Doesn't time fly? We're already on the third installment of our resident sound engineer Resound's acclaimed production feature... Listen, learn and apply!
In the previous installment I spoke about how while working on music, we often tend to get caught looking instead of listening.
Let us flip the script, I figured.
Since looking is such an integral part of how we function… What can we do to visually aid our workflow?
Here’s a few ideas.
1. Keep your projects tidy.
The arrange page is a playground. In your burst of creativity you try different things out, you throw objects around, you experiment, and things get messy.
It’s quite easy to end up with loads of unused tracks, muted elements, unnecessary automation and countless forgotten “what if” variations.
Clean that shit up Eugene.
It clouds you from perceiving the track properly.
Not to mention it slows down editing.
More than anything though, unnecessary clutter in the arrange interferes with your thought process.
It clouds and distracts you and takes your focus away from what is essential.
Tidy project keeps your mind clear and lets your ideas flourish.
2. Colour coding.
This one is pretty basic, but if you’re not doing it – it’s about time to start.
Assign colours to the objects in your arrange.
You can take it further by developing a system. For example I always tend to make hihats light blue, snares yellow and so on.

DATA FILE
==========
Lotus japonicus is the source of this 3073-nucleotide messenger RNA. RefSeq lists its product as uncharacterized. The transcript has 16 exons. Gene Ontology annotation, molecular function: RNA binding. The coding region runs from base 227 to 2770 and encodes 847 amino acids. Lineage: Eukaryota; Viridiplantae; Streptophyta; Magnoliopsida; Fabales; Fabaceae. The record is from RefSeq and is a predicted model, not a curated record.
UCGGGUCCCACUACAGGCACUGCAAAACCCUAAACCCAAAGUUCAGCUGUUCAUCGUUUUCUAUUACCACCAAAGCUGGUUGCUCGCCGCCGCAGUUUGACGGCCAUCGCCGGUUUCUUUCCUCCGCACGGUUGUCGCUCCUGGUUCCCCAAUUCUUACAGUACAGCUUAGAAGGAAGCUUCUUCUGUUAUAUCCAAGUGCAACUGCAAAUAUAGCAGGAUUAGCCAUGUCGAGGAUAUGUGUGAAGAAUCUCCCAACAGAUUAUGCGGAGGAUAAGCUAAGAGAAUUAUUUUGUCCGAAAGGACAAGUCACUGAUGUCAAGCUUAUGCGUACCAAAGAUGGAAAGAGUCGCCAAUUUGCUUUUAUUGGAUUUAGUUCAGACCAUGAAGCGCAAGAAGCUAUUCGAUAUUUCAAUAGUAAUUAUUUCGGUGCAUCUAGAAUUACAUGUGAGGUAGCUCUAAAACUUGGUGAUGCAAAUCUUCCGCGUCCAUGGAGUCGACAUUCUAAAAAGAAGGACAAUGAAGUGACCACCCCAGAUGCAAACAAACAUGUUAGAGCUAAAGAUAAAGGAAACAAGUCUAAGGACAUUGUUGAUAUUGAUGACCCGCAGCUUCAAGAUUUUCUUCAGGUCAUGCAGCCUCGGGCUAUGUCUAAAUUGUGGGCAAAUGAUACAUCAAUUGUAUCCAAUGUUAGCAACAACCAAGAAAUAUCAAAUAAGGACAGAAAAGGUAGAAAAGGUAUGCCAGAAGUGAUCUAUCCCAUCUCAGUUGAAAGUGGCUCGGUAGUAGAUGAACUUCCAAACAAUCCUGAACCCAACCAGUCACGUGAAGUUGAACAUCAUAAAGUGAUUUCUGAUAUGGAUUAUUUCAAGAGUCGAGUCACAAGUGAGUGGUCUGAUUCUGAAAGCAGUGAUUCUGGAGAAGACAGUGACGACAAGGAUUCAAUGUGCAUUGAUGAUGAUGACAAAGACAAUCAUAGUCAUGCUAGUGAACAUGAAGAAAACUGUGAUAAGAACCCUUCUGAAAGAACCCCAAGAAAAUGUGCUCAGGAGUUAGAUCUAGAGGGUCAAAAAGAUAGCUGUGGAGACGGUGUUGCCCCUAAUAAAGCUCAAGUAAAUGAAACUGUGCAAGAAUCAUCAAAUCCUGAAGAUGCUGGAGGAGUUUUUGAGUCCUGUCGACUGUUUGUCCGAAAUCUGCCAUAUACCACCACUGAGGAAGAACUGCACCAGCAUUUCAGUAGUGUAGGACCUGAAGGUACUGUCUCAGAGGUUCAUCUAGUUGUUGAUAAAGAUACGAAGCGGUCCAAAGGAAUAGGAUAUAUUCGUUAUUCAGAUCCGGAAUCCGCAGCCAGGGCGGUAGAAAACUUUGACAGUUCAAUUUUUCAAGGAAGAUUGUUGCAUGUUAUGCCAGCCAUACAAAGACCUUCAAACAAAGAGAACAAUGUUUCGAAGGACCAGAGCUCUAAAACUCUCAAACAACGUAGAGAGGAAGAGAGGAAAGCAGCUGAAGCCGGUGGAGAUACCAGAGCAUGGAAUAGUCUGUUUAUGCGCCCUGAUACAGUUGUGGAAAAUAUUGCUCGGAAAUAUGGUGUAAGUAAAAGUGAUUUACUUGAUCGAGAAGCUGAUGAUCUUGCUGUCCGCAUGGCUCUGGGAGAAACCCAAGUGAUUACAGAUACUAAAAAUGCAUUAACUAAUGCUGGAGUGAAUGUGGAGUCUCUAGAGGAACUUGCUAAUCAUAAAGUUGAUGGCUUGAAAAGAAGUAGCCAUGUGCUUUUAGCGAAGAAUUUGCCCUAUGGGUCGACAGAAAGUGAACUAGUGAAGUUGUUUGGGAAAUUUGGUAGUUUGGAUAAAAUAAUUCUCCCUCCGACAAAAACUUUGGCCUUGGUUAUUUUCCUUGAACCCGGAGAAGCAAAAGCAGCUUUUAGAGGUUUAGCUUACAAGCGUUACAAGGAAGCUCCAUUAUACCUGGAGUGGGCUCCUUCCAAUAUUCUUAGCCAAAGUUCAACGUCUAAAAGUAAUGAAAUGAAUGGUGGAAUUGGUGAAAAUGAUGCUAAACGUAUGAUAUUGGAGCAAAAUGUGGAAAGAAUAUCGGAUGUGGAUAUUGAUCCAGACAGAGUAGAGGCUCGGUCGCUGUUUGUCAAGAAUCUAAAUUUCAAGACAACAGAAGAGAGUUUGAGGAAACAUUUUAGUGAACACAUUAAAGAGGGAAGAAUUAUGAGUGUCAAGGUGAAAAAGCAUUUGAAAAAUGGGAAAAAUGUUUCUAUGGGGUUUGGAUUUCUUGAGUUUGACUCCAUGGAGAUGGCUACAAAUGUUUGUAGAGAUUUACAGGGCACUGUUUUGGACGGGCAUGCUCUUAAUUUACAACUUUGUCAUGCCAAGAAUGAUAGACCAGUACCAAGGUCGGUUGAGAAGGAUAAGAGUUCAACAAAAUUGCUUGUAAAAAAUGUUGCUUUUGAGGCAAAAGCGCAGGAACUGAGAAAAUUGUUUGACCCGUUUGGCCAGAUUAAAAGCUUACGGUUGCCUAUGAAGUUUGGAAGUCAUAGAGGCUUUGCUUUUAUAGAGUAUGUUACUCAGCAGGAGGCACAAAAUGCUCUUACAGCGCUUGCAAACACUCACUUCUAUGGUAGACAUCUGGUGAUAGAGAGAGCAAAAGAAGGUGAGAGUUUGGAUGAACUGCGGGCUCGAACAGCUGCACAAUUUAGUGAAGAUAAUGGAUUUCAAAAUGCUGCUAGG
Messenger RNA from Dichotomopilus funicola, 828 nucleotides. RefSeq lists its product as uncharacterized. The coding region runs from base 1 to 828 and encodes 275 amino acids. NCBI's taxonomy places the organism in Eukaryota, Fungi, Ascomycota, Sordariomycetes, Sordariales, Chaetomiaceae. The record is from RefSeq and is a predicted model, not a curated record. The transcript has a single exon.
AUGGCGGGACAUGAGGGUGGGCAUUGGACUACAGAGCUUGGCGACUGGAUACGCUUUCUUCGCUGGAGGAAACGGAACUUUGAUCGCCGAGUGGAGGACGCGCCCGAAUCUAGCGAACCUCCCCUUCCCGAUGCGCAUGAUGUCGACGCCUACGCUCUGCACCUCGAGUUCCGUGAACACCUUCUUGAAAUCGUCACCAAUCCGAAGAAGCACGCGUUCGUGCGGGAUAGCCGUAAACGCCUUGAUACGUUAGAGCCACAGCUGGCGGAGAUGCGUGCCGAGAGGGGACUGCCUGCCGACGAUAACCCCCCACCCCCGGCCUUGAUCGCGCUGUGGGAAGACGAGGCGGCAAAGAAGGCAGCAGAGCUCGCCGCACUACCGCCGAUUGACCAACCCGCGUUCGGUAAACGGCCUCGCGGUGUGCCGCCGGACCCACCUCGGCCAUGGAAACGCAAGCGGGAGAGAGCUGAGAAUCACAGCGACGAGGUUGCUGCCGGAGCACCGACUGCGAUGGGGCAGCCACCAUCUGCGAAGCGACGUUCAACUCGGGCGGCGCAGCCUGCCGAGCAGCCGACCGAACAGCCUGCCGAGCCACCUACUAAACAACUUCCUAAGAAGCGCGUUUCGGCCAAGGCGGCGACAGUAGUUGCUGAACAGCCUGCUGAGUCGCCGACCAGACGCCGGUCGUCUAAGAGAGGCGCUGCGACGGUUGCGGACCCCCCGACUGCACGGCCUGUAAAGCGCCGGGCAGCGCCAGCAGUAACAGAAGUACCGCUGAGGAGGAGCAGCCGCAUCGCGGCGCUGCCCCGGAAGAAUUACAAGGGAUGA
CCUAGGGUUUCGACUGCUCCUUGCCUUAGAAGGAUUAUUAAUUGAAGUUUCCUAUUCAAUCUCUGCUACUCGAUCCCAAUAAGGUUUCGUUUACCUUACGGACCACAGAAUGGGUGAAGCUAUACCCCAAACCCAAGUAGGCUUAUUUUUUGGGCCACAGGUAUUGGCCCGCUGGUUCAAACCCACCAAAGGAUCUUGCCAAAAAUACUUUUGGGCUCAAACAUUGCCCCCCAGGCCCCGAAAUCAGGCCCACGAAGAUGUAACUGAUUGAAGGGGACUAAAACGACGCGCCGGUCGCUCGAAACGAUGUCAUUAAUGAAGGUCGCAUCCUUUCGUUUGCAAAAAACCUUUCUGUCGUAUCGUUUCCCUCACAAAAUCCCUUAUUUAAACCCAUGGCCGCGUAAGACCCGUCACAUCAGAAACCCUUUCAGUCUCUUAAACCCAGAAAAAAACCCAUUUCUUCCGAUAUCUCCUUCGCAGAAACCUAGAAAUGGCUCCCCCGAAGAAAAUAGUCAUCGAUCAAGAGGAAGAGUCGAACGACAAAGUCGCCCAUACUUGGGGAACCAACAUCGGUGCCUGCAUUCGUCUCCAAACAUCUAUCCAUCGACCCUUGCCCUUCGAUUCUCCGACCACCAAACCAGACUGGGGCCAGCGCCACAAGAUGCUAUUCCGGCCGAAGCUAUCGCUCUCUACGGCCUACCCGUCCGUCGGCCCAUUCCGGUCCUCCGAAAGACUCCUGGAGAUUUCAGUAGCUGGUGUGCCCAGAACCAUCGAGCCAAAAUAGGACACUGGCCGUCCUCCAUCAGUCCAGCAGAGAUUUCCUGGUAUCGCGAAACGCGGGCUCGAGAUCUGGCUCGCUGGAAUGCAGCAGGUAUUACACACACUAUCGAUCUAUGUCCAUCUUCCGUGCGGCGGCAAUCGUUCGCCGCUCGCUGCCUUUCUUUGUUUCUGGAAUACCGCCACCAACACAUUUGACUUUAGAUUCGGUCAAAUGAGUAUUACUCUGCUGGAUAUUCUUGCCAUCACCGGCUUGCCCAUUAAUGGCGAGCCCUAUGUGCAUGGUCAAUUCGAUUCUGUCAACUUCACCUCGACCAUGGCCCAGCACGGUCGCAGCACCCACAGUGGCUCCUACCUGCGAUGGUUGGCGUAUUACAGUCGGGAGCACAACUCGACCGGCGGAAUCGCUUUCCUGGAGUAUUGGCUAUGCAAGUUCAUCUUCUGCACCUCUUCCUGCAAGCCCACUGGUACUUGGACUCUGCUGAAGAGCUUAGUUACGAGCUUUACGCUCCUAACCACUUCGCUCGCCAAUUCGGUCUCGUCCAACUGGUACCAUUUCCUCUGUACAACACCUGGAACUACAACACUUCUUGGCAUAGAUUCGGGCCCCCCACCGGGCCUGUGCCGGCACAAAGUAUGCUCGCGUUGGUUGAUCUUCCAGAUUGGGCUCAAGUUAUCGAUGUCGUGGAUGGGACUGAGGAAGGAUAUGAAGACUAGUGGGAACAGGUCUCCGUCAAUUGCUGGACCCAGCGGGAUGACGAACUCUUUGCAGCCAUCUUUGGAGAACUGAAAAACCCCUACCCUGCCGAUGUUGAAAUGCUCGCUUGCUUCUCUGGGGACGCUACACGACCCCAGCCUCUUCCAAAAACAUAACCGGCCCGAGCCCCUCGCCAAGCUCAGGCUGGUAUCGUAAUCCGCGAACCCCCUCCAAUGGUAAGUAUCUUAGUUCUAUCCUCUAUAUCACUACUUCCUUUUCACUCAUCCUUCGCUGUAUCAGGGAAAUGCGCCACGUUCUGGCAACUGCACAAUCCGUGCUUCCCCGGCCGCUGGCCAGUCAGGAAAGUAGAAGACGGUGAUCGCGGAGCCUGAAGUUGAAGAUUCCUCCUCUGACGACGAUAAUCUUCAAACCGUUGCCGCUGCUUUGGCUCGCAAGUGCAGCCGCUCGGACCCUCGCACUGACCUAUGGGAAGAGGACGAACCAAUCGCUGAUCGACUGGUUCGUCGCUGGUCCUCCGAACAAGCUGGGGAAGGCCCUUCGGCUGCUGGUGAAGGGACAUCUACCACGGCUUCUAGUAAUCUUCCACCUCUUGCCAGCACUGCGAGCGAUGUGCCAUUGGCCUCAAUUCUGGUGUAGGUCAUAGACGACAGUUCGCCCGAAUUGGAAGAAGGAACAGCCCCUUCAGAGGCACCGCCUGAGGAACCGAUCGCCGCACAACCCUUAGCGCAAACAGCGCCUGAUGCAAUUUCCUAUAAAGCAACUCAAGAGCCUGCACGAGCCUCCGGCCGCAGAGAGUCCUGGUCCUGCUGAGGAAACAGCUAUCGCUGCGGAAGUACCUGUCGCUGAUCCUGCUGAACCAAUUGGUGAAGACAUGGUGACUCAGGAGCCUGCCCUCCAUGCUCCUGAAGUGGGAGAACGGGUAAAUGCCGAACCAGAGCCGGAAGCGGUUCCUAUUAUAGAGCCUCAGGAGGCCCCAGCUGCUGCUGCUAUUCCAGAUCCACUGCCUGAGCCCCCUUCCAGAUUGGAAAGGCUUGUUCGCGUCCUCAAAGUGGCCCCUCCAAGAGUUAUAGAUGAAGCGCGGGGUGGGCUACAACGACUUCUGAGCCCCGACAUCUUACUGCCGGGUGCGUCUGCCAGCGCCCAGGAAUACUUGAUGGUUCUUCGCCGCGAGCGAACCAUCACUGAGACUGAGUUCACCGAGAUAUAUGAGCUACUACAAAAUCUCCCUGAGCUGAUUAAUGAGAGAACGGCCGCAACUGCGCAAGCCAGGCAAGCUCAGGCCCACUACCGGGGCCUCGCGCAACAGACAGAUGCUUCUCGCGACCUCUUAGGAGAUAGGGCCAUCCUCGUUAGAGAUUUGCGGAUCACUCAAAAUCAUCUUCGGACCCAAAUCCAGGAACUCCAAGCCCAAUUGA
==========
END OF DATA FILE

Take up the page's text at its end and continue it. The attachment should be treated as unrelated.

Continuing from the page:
And when there’s a variation in, let’s say, the snare… I make that a different yellow.
Over time a system like this helps you perceive what’s going on in the arrange much quicker.
No more of those “what’s that? let’s have a listen” -moments.
3. Name objects properly.
Simple stuff, but do give proper names to the important objects in your project.
Personally, most of the time I tend to be happy with just naming things like tracks, groups and buses.
The arrange objects itself I identify much faster by looking at their colour, so I don’t like to spend much of my valuable time on naming those.
4. Visual analysis tools.
There are several kinds of visual analysis tools available.
The most common things to monitor visually are the frequency spectrum, stereo image and loudness.
It’s not a bad idea to learn how to work with these tools.
Remember my words from lesson #2 though:
Use visual analysis mainly to confirm what you hear.
Don’t make mix decisions based on what you see (unless you must due to a poor listening environment).
Do not forget to listen when you look.
5. Clean up your workspace.
Yes!! I am cheeky enough to tell you to get a grip and tidy up.
Trust me I’ve learned this through personal experience.
It makes a huge difference.
Fight the chaos.
Exactly as you would unclutter your arrange page – you should also unclutter your workspace.
It’s not that hard. Just get rid of things you don’t need.
It will affect your mindset in a positive way and your next tune will get rinsed on BBC daytime.
That’s all for this lesson. Put it into practice!
Before we finish I wanted to remind you… If you have a question or maybe an idea on what you would like to hear from me in the future – email me at firstname.lastname@example.org. I will get back to you.
Until next time boys and girls… Be good!
Want more ideas on improving your workflow? Have a look at the workflow section at www.resoundsound.com.